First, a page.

With a PCR test, a smear is taken from mucus in the nose and throat with a cotton swab. This sample goes to a laboratory for the PCR test. If the virus is present in the mucus, this test will make copies of part of the virus. A small fragment of genetic material from the virus is replicated repeatedly, in order to detect its presence. This is also referred to as an amplification test. The PCR test is very sensitive. That means that the PCR test also detects the virus in someone who is not carrying much of the virus , or no longer has much virus left in their body.
The PCR test is used in the GGD test lanes or at other test sites. The test is also done in hospitals. It takes about 24 to 48 hours after the swab before the tested person receives the results. The procedure in the laboratory takes 4-8 hours. One laboratory technician can analyse 600 PCR tests a day. There are also PCR tests that work faster, but it is only possible to test a few samples at once using those tests. They are mainly used in hospitals for medical emergencies.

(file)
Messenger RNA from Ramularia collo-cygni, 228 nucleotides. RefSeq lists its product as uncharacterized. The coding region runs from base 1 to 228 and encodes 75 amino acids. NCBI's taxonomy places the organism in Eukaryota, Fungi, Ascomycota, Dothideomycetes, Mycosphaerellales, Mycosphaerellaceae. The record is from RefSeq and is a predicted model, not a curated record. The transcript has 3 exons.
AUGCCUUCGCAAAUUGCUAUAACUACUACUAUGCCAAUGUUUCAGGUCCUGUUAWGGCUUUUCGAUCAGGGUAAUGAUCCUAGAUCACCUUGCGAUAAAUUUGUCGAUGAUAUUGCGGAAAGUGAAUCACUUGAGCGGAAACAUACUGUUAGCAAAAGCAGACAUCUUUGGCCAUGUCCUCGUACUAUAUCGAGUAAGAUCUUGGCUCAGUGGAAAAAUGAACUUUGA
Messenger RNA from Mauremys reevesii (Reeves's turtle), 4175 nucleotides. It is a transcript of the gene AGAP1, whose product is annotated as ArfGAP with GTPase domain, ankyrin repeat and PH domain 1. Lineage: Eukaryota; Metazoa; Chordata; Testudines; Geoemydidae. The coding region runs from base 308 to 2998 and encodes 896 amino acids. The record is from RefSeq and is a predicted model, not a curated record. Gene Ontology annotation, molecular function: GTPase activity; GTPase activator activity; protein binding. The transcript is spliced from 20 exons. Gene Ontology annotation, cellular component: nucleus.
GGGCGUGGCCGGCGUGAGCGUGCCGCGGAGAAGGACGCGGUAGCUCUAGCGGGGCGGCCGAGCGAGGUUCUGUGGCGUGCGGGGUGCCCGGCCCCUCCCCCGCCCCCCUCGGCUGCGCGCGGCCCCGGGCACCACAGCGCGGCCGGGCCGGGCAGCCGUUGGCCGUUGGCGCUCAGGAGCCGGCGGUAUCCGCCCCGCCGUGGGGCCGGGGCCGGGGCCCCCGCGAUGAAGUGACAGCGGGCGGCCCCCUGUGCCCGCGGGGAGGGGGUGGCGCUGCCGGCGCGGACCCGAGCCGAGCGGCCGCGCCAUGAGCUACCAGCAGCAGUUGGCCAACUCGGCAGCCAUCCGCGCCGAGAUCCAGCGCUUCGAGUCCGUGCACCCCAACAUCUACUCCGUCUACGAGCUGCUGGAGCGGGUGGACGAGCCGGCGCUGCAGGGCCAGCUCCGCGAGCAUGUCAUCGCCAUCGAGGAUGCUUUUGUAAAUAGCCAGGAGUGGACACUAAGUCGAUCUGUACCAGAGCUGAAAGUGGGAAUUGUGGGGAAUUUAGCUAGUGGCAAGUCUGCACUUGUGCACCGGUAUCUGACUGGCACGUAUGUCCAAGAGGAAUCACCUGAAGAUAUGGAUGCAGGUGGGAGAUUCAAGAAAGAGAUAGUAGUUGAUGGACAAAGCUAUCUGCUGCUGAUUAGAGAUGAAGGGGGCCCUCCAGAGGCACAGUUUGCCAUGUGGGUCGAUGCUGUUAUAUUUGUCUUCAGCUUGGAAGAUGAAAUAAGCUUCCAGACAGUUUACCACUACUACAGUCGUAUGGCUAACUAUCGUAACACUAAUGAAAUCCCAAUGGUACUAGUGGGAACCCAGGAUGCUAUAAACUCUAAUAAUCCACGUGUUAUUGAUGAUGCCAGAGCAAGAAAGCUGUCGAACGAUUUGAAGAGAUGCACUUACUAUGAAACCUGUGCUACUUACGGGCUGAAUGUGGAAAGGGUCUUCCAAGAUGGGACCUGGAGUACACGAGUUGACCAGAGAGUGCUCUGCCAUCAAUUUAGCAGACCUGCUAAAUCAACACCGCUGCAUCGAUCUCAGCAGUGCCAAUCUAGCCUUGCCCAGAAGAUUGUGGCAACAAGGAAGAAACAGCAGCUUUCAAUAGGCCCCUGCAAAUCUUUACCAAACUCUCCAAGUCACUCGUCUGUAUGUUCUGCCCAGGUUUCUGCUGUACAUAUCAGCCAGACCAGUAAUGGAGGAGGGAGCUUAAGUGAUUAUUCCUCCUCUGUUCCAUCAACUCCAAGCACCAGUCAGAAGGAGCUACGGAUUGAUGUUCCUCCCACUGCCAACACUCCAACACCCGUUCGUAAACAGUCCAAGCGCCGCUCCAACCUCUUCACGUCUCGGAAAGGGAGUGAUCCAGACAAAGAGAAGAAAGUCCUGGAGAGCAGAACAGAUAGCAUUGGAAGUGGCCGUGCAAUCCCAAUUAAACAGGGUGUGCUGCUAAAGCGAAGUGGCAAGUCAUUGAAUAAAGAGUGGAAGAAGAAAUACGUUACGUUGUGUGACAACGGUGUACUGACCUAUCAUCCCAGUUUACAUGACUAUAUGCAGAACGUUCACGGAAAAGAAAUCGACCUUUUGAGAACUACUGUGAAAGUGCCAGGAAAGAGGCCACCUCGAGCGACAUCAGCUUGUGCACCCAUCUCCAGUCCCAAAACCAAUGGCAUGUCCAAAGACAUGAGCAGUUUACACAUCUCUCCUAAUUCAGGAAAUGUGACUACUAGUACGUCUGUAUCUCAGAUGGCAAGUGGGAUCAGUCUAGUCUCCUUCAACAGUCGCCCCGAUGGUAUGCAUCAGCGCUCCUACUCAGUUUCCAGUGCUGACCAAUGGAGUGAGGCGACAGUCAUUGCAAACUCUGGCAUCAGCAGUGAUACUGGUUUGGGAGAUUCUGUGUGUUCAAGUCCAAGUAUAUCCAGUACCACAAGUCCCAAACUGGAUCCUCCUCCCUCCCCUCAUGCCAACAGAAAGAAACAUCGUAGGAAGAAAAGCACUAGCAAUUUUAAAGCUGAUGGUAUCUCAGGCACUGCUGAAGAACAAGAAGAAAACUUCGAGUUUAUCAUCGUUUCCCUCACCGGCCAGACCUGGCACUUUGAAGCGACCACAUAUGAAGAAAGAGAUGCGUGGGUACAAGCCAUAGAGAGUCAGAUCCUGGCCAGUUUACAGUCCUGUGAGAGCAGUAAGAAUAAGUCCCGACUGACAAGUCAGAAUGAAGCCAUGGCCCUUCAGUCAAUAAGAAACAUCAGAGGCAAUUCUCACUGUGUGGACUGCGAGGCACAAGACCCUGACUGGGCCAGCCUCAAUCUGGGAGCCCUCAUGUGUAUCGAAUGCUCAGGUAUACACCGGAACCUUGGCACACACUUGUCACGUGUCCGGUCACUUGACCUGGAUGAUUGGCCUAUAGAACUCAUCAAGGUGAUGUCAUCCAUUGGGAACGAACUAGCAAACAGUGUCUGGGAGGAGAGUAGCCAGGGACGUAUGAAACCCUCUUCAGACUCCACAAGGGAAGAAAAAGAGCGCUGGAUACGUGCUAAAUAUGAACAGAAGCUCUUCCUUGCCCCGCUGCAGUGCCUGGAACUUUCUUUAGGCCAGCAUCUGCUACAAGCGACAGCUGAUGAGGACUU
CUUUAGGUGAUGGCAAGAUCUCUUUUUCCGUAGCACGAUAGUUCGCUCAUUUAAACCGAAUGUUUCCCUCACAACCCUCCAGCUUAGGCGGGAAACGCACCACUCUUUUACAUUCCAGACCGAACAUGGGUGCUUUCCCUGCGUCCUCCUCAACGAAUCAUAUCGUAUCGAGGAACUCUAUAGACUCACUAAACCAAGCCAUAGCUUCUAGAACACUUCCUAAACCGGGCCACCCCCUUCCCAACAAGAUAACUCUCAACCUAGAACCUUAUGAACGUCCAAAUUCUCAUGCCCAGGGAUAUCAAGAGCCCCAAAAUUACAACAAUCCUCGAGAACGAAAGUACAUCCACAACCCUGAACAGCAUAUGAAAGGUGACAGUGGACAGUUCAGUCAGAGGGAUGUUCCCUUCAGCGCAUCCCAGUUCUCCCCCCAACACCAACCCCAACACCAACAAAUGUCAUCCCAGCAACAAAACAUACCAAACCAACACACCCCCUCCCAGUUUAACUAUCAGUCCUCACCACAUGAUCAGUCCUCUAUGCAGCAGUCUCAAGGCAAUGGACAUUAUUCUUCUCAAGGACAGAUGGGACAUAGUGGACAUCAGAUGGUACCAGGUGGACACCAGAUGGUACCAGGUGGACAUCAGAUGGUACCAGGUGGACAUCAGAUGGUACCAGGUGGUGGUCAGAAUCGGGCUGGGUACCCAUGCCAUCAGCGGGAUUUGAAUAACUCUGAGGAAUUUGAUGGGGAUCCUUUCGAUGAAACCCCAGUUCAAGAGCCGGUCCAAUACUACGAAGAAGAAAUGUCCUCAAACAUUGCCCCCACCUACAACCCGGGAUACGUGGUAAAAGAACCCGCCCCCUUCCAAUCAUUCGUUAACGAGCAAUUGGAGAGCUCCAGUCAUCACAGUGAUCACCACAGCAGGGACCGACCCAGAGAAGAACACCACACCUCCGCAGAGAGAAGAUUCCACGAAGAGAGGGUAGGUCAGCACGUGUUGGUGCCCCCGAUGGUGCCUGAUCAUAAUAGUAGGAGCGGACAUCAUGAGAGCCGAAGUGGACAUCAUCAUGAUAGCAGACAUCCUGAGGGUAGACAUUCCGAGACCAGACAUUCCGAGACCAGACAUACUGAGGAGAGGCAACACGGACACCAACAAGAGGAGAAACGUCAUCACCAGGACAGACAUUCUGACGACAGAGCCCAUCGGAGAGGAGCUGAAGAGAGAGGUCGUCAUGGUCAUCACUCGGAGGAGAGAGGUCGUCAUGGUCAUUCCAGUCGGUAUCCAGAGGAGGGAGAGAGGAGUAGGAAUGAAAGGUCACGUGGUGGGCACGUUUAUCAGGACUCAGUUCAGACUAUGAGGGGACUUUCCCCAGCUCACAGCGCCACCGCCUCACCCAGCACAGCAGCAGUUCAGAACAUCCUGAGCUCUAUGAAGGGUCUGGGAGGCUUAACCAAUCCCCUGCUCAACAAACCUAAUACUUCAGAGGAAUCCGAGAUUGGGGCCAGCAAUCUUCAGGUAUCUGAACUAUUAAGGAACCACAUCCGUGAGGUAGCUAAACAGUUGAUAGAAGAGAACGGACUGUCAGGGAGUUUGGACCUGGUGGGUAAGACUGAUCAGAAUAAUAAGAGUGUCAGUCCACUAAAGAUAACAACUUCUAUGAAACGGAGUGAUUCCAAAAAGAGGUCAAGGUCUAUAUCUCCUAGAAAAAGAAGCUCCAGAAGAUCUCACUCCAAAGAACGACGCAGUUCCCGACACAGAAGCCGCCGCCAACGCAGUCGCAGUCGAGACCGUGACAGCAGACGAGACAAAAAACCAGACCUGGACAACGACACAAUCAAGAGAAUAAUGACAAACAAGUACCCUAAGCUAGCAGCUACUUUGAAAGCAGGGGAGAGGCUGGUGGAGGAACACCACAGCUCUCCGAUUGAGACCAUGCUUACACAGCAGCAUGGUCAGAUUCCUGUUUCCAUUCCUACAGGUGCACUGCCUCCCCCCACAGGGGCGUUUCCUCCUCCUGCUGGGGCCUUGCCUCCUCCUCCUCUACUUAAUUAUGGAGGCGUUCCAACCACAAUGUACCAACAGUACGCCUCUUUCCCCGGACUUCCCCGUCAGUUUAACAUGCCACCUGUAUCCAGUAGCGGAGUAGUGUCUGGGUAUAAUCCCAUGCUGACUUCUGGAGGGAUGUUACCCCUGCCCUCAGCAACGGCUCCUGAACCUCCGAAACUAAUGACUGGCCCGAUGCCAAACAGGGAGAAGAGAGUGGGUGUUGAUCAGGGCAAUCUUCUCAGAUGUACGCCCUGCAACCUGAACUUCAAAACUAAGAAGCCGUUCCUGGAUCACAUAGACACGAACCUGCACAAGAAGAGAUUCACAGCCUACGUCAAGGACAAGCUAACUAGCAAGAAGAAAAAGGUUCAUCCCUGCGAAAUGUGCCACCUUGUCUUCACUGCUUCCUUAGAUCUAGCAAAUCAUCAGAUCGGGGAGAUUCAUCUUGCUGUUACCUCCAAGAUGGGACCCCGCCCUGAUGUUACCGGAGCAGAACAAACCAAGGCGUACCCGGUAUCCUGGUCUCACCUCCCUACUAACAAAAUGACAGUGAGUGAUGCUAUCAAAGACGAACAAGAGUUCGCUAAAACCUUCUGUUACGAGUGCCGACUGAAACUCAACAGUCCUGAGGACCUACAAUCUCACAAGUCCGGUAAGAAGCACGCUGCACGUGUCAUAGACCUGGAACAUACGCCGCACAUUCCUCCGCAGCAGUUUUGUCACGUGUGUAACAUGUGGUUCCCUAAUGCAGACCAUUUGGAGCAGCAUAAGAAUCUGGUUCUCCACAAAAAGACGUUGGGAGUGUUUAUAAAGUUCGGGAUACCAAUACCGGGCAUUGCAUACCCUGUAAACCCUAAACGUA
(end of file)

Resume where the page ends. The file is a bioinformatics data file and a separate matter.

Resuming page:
The LAMP (loop-mediated isothermal amplification) test, like the PCR test, is a form of testing in which small fragments of genetic material are copied or replicated. The method used for that purpose in the LAMP test is completely different from the PCR test. The major advantage of the LAMP test is that the fragments of genetic material are replicated at only one temperature. Therefore, this test is faster than the PCR test, which requires fluctuations in temperature. The LAMP test requires different equipment and chemical substances than are needed for PCR tests. As a result, they can complement each other in this respect, rather than competing if supplies become scarce.
How reliable is the PCR test?
The PCR test is extremely sensitive. It is internationally regarded as the ‘gold standard’: it is considered the best test and is used to investigate the reliability of new tests. Each test, including the PCR test, always has a percentage of false positives (an individual is not infected, while the test indicates that they are) and false negatives (an individual is infected, while the test does not indicate that they are). There are a number of possible causes for this: